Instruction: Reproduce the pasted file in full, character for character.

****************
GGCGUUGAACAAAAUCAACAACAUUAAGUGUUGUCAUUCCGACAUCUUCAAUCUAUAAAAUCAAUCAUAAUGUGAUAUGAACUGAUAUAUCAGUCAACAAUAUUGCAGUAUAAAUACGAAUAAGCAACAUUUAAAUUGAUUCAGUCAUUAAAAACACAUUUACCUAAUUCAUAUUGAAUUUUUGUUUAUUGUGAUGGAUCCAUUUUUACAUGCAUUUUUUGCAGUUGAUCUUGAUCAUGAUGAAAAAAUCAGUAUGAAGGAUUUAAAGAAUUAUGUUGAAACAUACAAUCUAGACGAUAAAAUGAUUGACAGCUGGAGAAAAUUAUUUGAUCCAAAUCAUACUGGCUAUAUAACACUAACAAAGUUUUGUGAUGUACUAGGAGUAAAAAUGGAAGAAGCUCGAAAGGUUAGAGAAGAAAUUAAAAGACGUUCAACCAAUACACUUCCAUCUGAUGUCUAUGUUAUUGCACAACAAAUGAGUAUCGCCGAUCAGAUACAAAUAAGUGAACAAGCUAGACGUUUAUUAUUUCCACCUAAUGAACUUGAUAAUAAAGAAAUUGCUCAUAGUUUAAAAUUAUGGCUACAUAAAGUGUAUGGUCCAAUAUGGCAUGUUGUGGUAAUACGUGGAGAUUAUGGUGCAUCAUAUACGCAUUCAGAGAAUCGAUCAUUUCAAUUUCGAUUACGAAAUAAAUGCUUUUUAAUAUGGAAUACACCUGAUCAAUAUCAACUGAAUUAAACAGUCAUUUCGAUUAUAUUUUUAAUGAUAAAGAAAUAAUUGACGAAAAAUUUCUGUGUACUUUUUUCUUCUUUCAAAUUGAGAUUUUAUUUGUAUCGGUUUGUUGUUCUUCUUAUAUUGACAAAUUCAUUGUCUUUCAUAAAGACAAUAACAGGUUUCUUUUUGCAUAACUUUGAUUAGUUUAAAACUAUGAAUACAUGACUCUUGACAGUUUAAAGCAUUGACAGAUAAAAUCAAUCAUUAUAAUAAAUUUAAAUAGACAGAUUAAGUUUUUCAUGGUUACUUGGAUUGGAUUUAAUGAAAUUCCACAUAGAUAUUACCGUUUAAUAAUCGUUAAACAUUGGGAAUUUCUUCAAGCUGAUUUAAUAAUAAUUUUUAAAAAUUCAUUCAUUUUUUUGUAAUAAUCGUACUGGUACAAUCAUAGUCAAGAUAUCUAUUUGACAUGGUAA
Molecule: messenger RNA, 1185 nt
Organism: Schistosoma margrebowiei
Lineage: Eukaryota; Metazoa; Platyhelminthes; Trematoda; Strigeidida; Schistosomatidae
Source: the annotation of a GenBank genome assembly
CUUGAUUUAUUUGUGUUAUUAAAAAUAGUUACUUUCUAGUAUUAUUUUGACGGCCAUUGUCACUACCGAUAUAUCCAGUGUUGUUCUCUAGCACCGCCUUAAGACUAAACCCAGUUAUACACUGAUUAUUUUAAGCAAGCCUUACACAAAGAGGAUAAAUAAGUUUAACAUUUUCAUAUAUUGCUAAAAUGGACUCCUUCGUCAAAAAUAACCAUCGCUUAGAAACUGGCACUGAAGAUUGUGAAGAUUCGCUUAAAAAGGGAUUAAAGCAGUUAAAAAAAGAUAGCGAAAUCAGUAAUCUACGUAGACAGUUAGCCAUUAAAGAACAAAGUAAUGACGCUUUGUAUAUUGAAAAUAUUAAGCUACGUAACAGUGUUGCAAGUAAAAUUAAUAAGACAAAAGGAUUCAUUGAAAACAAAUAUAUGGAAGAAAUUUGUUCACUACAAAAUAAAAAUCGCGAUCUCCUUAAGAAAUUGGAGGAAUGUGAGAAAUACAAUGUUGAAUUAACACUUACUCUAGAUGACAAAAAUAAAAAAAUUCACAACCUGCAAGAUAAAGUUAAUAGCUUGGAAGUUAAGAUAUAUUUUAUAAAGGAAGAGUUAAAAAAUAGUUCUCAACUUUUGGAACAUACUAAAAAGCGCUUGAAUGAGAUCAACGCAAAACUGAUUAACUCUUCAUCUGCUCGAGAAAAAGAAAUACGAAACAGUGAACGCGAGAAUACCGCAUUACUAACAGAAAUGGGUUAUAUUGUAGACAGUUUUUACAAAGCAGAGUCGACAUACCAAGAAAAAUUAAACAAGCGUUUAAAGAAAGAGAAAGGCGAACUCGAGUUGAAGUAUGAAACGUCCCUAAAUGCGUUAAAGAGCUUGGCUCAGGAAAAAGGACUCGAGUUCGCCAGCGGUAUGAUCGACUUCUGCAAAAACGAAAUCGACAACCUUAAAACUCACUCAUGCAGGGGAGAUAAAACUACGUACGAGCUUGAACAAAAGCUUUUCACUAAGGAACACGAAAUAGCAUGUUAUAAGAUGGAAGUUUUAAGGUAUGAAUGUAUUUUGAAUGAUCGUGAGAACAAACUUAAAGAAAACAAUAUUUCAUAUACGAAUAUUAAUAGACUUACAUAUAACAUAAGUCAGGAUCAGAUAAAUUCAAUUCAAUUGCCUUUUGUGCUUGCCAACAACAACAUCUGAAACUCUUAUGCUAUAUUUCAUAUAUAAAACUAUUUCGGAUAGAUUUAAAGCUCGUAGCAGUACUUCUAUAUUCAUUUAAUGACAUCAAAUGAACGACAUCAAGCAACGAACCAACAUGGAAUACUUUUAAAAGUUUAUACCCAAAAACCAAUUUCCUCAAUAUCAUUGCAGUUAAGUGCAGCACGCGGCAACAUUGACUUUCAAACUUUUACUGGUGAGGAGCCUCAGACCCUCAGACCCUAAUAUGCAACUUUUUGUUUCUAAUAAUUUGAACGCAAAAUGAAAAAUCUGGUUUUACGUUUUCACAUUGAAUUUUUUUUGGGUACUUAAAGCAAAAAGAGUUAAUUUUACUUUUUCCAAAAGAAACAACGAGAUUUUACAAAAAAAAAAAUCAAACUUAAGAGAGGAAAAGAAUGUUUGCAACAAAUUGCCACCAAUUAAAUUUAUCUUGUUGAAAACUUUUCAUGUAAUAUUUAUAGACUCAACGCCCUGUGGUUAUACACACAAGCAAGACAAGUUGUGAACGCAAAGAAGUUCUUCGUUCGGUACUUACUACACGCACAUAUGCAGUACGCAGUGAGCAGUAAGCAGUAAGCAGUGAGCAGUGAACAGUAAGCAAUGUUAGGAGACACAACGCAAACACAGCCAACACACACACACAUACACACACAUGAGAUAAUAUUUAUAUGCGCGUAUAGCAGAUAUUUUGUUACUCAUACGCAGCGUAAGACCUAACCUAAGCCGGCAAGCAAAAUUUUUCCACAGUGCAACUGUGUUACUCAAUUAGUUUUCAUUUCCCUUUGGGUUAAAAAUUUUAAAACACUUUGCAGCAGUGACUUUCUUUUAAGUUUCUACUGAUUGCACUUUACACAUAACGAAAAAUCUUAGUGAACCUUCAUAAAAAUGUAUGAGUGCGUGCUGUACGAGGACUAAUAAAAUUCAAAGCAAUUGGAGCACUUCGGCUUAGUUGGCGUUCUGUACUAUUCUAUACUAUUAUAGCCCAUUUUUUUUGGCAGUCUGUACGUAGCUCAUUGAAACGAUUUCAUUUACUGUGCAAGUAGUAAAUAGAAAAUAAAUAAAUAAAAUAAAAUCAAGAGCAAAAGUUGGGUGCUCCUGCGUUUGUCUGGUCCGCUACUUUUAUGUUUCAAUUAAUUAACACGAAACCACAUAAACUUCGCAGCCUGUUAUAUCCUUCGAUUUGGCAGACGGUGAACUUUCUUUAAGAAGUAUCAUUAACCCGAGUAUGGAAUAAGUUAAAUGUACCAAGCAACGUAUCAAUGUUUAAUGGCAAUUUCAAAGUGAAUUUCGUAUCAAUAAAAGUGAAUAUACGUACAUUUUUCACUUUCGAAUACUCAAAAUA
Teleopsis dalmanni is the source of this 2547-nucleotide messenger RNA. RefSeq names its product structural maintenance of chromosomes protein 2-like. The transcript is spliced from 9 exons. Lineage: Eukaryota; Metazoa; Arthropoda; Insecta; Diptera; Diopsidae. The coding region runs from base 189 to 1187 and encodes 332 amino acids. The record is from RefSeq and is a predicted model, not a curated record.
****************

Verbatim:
GGCGUUGAACAAAAUCAACAACAUUAAGUGUUGUCAUUCCGACAUCUUCAAUCUAUAAAAUCAAUCAUAAUGUGAUAUGAACUGAUAUAUCAGUCAACAAUAUUGCAGUAUAAAUACGAAUAAGCAACAUUUAAAUUGAUUCAGUCAUUAAAAACACAUUUACCUAAUUCAUAUUGAAUUUUUGUUUAUUGUGAUGGAUCCAUUUUUACAUGCAUUUUUUGCAGUUGAUCUUGAUCAUGAUGAAAAAAUCAGUAUGAAGGAUUUAAAGAAUUAUGUUGAAACAUACAAUCUAGACGAUAAAAUGAUUGACAGCUGGAGAAAAUUAUUUGAUCCAAAUCAUACUGGCUAUAUAACACUAACAAAGUUUUGUGAUGUACUAGGAGUAAAAAUGGAAGAAGCUCGAAAGGUUAGAGAAGAAAUUAAAAGACGUUCAACCAAUACACUUCCAUCUGAUGUCUAUGUUAUUGCACAACAAAUGAGUAUCGCCGAUCAGAUACAAAUAAGUGAACAAGCUAGACGUUUAUUAUUUCCACCUAAUGAACUUGAUAAUAAAGAAAUUGCUCAUAGUUUAAAAUUAUGGCUACAUAAAGUGUAUGGUCCAAUAUGGCAUGUUGUGGUAAUACGUGGAGAUUAUGGUGCAUCAUAUACGCAUUCAGAGAAUCGAUCAUUUCAAUUUCGAUUACGAAAUAAAUGCUUUUUAAUAUGGAAUACACCUGAUCAAUAUCAACUGAAUUAAACAGUCAUUUCGAUUAUAUUUUUAAUGAUAAAGAAAUAAUUGACGAAAAAUUUCUGUGUACUUUUUUCUUCUUUCAAAUUGAGAUUUUAUUUGUAUCGGUUUGUUGUUCUUCUUAUAUUGACAAAUUCAUUGUCUUUCAUAAAGACAAUAACAGGUUUCUUUUUGCAUAACUUUGAUUAGUUUAAAACUAUGAAUACAUGACUCUUGACAGUUUAAAGCAUUGACAGAUAAAAUCAAUCAUUAUAAUAAAUUUAAAUAGACAGAUUAAGUUUUUCAUGGUUACUUGGAUUGGAUUUAAUGAAAUUCCACAUAGAUAUUACCGUUUAAUAAUCGUUAAACAUUGGGAAUUUCUUCAAGCUGAUUUAAUAAUAAUUUUUAAAAAUUCAUUCAUUUUUUUGUAAUAAUCGUACUGGUACAAUCAUAGUCAAGAUAUCUAUUUGACAUGGUAA
Molecule: messenger RNA, 1185 nt
Organism: Schistosoma margrebowiei
Lineage: Eukaryota; Metazoa; Platyhelminthes; Trematoda; Strigeidida; Schistosomatidae
Source: the annotation of a GenBank genome assembly
CUUGAUUUAUUUGUGUUAUUAAAAAUAGUUACUUUCUAGUAUUAUUUUGACGGCCAUUGUCACUACCGAUAUAUCCAGUGUUGUUCUCUAGCACCGCCUUAAGACUAAACCCAGUUAUACACUGAUUAUUUUAAGCAAGCCUUACACAAAGAGGAUAAAUAAGUUUAACAUUUUCAUAUAUUGCUAAAAUGGACUCCUUCGUCAAAAAUAACCAUCGCUUAGAAACUGGCACUGAAGAUUGUGAAGAUUCGCUUAAAAAGGGAUUAAAGCAGUUAAAAAAAGAUAGCGAAAUCAGUAAUCUACGUAGACAGUUAGCCAUUAAAGAACAAAGUAAUGACGCUUUGUAUAUUGAAAAUAUUAAGCUACGUAACAGUGUUGCAAGUAAAAUUAAUAAGACAAAAGGAUUCAUUGAAAACAAAUAUAUGGAAGAAAUUUGUUCACUACAAAAUAAAAAUCGCGAUCUCCUUAAGAAAUUGGAGGAAUGUGAGAAAUACAAUGUUGAAUUAACACUUACUCUAGAUGACAAAAAUAAAAAAAUUCACAACCUGCAAGAUAAAGUUAAUAGCUUGGAAGUUAAGAUAUAUUUUAUAAAGGAAGAGUUAAAAAAUAGUUCUCAACUUUUGGAACAUACUAAAAAGCGCUUGAAUGAGAUCAACGCAAAACUGAUUAACUCUUCAUCUGCUCGAGAAAAAGAAAUACGAAACAGUGAACGCGAGAAUACCGCAUUACUAACAGAAAUGGGUUAUAUUGUAGACAGUUUUUACAAAGCAGAGUCGACAUACCAAGAAAAAUUAAACAAGCGUUUAAAGAAAGAGAAAGGCGAACUCGAGUUGAAGUAUGAAACGUCCCUAAAUGCGUUAAAGAGCUUGGCUCAGGAAAAAGGACUCGAGUUCGCCAGCGGUAUGAUCGACUUCUGCAAAAACGAAAUCGACAACCUUAAAACUCACUCAUGCAGGGGAGAUAAAACUACGUACGAGCUUGAACAAAAGCUUUUCACUAAGGAACACGAAAUAGCAUGUUAUAAGAUGGAAGUUUUAAGGUAUGAAUGUAUUUUGAAUGAUCGUGAGAACAAACUUAAAGAAAACAAUAUUUCAUAUACGAAUAUUAAUAGACUUACAUAUAACAUAAGUCAGGAUCAGAUAAAUUCAAUUCAAUUGCCUUUUGUGCUUGCCAACAACAACAUCUGAAACUCUUAUGCUAUAUUUCAUAUAUAAAACUAUUUCGGAUAGAUUUAAAGCUCGUAGCAGUACUUCUAUAUUCAUUUAAUGACAUCAAAUGAACGACAUCAAGCAACGAACCAACAUGGAAUACUUUUAAAAGUUUAUACCCAAAAACCAAUUUCCUCAAUAUCAUUGCAGUUAAGUGCAGCACGCGGCAACAUUGACUUUCAAACUUUUACUGGUGAGGAGCCUCAGACCCUCAGACCCUAAUAUGCAACUUUUUGUUUCUAAUAAUUUGAACGCAAAAUGAAAAAUCUGGUUUUACGUUUUCACAUUGAAUUUUUUUUGGGUACUUAAAGCAAAAAGAGUUAAUUUUACUUUUUCCAAAAGAAACAACGAGAUUUUACAAAAAAAAAAAUCAAACUUAAGAGAGGAAAAGAAUGUUUGCAACAAAUUGCCACCAAUUAAAUUUAUCUUGUUGAAAACUUUUCAUGUAAUAUUUAUAGACUCAACGCCCUGUGGUUAUACACACAAGCAAGACAAGUUGUGAACGCAAAGAAGUUCUUCGUUCGGUACUUACUACACGCACAUAUGCAGUACGCAGUGAGCAGUAAGCAGUAAGCAGUGAGCAGUGAACAGUAAGCAAUGUUAGGAGACACAACGCAAACACAGCCAACACACACACACAUACACACACAUGAGAUAAUAUUUAUAUGCGCGUAUAGCAGAUAUUUUGUUACUCAUACGCAGCGUAAGACCUAACCUAAGCCGGCAAGCAAAAUUUUUCCACAGUGCAACUGUGUUACUCAAUUAGUUUUCAUUUCCCUUUGGGUUAAAAAUUUUAAAACACUUUGCAGCAGUGACUUUCUUUUAAGUUUCUACUGAUUGCACUUUACACAUAACGAAAAAUCUUAGUGAACCUUCAUAAAAAUGUAUGAGUGCGUGCUGUACGAGGACUAAUAAAAUUCAAAGCAAUUGGAGCACUUCGGCUUAGUUGGCGUUCUGUACUAUUCUAUACUAUUAUAGCCCAUUUUUUUUGGCAGUCUGUACGUAGCUCAUUGAAACGAUUUCAUUUACUGUGCAAGUAGUAAAUAGAAAAUAAAUAAAUAAAAUAAAAUCAAGAGCAAAAGUUGGGUGCUCCUGCGUUUGUCUGGUCCGCUACUUUUAUGUUUCAAUUAAUUAACACGAAACCACAUAAACUUCGCAGCCUGUUAUAUCCUUCGAUUUGGCAGACGGUGAACUUUCUUUAAGAAGUAUCAUUAACCCGAGUAUGGAAUAAGUUAAAUGUACCAAGCAACGUAUCAAUGUUUAAUGGCAAUUUCAAAGUGAAUUUCGUAUCAAUAAAAGUGAAUAUACGUACAUUUUUCACUUUCGAAUACUCAAAAUA
Teleopsis dalmanni is the source of this 2547-nucleotide messenger RNA. RefSeq names its product structural maintenance of chromosomes protein 2-like. The transcript is spliced from 9 exons. Lineage: Eukaryota; Metazoa; Arthropoda; Insecta; Diptera; Diopsidae. The coding region runs from base 189 to 1187 and encodes 332 amino acids. The record is from RefSeq and is a predicted model, not a curated record.